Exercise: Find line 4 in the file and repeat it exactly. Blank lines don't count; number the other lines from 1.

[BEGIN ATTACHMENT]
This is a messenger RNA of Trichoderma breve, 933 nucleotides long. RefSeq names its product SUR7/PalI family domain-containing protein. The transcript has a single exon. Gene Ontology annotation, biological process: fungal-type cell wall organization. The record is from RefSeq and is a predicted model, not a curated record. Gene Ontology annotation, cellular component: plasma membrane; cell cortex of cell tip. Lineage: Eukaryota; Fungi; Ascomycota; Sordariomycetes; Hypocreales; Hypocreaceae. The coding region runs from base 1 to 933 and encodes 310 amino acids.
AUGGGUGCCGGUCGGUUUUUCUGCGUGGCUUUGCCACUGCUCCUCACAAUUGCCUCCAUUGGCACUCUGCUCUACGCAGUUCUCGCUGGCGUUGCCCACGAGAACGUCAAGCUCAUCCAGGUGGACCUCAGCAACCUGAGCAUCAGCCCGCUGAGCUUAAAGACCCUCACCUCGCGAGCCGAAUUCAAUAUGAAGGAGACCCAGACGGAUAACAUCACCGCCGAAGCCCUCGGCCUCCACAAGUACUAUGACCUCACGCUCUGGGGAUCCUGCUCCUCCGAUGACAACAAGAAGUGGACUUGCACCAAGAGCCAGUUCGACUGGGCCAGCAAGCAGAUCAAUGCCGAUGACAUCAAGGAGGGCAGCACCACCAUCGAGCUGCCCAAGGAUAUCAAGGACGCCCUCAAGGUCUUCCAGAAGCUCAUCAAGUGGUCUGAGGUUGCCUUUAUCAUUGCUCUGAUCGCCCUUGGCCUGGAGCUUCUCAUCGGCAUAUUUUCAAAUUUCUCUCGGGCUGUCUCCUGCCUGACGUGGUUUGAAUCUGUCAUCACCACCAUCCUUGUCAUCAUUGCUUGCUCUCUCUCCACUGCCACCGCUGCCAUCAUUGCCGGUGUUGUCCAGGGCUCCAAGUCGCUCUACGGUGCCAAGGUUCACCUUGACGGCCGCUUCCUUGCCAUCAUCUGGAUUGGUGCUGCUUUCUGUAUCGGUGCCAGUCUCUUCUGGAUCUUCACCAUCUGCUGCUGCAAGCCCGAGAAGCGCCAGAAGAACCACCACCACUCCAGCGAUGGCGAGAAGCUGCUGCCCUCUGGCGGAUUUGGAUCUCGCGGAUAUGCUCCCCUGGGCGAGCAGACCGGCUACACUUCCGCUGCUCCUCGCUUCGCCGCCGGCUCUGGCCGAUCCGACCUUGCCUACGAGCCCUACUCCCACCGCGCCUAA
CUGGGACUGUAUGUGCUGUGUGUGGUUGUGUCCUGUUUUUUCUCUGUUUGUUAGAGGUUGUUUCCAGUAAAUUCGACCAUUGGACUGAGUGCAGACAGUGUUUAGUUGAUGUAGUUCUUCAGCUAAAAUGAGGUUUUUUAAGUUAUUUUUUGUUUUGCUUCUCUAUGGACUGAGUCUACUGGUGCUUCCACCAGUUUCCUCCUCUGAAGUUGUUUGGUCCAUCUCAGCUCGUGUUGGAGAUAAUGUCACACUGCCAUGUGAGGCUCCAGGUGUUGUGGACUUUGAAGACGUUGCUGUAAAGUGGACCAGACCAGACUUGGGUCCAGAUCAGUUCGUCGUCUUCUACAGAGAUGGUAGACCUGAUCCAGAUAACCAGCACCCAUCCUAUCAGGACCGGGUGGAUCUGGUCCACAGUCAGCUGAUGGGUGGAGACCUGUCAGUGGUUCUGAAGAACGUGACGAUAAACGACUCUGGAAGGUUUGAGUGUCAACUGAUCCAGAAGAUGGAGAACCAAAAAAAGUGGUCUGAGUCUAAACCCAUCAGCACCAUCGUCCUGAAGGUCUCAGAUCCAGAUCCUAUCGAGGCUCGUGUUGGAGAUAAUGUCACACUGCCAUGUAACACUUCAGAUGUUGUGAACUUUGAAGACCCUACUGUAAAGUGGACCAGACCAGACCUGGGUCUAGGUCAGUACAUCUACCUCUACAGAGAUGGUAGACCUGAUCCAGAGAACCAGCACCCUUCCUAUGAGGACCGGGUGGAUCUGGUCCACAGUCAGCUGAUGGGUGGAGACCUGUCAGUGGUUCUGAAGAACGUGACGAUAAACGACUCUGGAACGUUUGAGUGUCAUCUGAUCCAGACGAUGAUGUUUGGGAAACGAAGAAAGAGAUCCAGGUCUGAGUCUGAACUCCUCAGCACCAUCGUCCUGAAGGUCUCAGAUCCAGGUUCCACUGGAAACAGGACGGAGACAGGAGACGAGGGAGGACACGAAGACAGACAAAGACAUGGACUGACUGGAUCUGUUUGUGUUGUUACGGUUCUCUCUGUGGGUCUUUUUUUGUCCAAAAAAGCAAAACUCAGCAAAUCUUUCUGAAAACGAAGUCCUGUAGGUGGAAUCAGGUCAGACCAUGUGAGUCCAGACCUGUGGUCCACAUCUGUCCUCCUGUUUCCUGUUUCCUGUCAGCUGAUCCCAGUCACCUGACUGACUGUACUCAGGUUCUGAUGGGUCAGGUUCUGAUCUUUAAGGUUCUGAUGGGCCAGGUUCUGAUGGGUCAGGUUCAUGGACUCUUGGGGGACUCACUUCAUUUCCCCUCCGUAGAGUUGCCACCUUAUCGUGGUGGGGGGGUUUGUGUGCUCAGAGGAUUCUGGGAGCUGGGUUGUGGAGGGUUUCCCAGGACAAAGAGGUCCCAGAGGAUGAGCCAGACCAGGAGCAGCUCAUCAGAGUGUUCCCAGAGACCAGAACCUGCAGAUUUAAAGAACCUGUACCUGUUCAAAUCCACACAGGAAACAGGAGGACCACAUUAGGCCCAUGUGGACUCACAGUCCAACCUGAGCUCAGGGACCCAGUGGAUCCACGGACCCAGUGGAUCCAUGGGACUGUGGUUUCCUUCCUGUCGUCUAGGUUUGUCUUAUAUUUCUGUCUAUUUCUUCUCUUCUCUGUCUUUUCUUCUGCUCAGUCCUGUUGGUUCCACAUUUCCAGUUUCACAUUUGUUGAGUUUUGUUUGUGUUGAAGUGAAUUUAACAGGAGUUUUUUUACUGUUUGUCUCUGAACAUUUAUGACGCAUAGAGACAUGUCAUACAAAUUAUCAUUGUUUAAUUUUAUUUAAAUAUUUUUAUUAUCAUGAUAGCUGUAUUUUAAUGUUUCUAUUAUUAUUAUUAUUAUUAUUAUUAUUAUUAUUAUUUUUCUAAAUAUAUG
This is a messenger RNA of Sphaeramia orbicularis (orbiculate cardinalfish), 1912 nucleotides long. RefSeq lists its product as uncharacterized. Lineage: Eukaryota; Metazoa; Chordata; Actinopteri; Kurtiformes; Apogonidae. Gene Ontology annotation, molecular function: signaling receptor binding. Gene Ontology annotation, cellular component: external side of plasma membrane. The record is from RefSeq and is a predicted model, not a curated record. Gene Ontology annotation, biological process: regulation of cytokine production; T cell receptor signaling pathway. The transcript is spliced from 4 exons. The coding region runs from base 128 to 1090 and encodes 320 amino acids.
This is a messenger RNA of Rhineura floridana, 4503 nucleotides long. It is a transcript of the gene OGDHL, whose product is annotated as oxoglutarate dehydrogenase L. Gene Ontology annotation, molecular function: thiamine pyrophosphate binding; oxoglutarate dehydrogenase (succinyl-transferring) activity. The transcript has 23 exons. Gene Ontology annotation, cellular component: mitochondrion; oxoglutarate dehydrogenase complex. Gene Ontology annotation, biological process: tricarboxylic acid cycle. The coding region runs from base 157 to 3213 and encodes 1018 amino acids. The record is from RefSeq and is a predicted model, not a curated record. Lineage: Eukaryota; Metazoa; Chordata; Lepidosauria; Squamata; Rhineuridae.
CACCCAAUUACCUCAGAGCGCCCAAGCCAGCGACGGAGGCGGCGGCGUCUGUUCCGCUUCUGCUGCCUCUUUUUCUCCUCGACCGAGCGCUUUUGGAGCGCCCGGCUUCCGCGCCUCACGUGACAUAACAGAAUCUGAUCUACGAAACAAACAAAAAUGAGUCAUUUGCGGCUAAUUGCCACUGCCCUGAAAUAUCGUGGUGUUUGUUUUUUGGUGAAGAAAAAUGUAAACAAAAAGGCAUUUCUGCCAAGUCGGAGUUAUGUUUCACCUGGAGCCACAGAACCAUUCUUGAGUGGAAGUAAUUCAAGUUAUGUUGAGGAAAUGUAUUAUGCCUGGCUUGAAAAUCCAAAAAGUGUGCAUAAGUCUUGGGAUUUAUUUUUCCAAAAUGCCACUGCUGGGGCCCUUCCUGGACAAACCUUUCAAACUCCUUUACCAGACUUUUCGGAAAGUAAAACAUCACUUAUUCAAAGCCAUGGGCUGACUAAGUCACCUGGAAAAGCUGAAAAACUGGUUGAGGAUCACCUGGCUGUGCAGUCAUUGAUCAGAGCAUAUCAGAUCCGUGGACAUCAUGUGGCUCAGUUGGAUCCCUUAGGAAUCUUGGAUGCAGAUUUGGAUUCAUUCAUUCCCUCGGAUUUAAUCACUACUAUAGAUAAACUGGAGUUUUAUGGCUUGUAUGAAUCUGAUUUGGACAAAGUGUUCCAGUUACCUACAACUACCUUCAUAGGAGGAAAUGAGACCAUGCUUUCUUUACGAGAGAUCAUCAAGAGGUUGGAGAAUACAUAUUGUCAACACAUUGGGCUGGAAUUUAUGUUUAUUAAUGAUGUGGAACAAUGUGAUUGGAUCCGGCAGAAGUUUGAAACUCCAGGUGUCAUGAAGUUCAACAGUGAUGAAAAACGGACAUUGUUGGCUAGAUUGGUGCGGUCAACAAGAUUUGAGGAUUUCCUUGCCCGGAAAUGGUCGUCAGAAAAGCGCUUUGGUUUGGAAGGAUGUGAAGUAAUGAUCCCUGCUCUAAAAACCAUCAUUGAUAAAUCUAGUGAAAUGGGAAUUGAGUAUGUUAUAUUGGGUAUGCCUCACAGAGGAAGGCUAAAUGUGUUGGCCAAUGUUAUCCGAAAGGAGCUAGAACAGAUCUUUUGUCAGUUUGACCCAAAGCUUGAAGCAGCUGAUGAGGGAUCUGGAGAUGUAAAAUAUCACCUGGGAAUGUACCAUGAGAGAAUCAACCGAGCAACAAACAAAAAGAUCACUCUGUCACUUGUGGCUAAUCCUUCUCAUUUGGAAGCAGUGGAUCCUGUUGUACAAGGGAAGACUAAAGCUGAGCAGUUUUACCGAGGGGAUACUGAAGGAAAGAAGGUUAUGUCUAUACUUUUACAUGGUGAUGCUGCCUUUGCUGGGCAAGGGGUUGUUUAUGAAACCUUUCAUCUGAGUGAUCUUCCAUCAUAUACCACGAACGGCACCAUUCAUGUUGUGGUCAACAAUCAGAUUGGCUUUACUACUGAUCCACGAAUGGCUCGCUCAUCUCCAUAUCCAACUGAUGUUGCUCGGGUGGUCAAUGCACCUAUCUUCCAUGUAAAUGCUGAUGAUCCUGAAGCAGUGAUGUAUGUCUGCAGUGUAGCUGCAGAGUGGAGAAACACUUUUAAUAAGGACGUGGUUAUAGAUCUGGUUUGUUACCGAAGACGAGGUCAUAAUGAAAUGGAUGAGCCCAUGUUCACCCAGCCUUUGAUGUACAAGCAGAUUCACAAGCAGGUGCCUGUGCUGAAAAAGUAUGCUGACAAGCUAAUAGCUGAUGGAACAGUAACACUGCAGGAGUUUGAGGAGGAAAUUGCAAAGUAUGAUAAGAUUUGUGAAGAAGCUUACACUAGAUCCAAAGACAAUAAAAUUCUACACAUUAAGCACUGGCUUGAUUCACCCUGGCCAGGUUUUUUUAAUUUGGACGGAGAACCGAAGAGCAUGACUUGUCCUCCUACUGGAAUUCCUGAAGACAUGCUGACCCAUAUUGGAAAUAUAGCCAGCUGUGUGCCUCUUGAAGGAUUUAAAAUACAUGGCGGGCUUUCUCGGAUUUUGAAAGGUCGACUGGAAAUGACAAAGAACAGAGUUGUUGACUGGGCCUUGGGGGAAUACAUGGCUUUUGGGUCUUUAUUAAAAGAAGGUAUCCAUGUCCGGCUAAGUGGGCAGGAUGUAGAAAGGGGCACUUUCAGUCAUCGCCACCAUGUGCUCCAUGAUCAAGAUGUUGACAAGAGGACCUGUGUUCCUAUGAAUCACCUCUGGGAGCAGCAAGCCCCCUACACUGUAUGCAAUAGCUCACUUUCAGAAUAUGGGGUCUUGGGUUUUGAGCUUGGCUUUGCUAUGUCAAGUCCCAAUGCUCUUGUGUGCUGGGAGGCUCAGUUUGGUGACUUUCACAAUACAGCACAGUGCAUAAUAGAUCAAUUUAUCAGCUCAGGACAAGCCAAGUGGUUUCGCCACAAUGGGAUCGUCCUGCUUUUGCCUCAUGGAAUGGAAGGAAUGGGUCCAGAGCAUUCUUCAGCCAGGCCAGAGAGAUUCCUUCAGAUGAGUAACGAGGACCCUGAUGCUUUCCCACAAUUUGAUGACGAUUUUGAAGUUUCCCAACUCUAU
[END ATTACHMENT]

This is a messenger RNA of Sphaeramia orbicularis (orbiculate cardinalfish), 1912 nucleotides long. RefSeq lists its product as uncharacterized. Lineage: Eukaryota; Metazoa; Chordata; Actinopteri; Kurtiformes; Apogonidae. Gene Ontology annotation, molecular function: signaling receptor binding. Gene Ontology annotation, cellular component: external side of plasma membrane. The record is from RefSeq and is a predicted model, not a curated record. Gene Ontology annotation, biological process: regulation of cytokine production; T cell receptor signaling pathway. The transcript is spliced from 4 exons. The coding region runs from base 128 to 1090 and encodes 320 amino acids.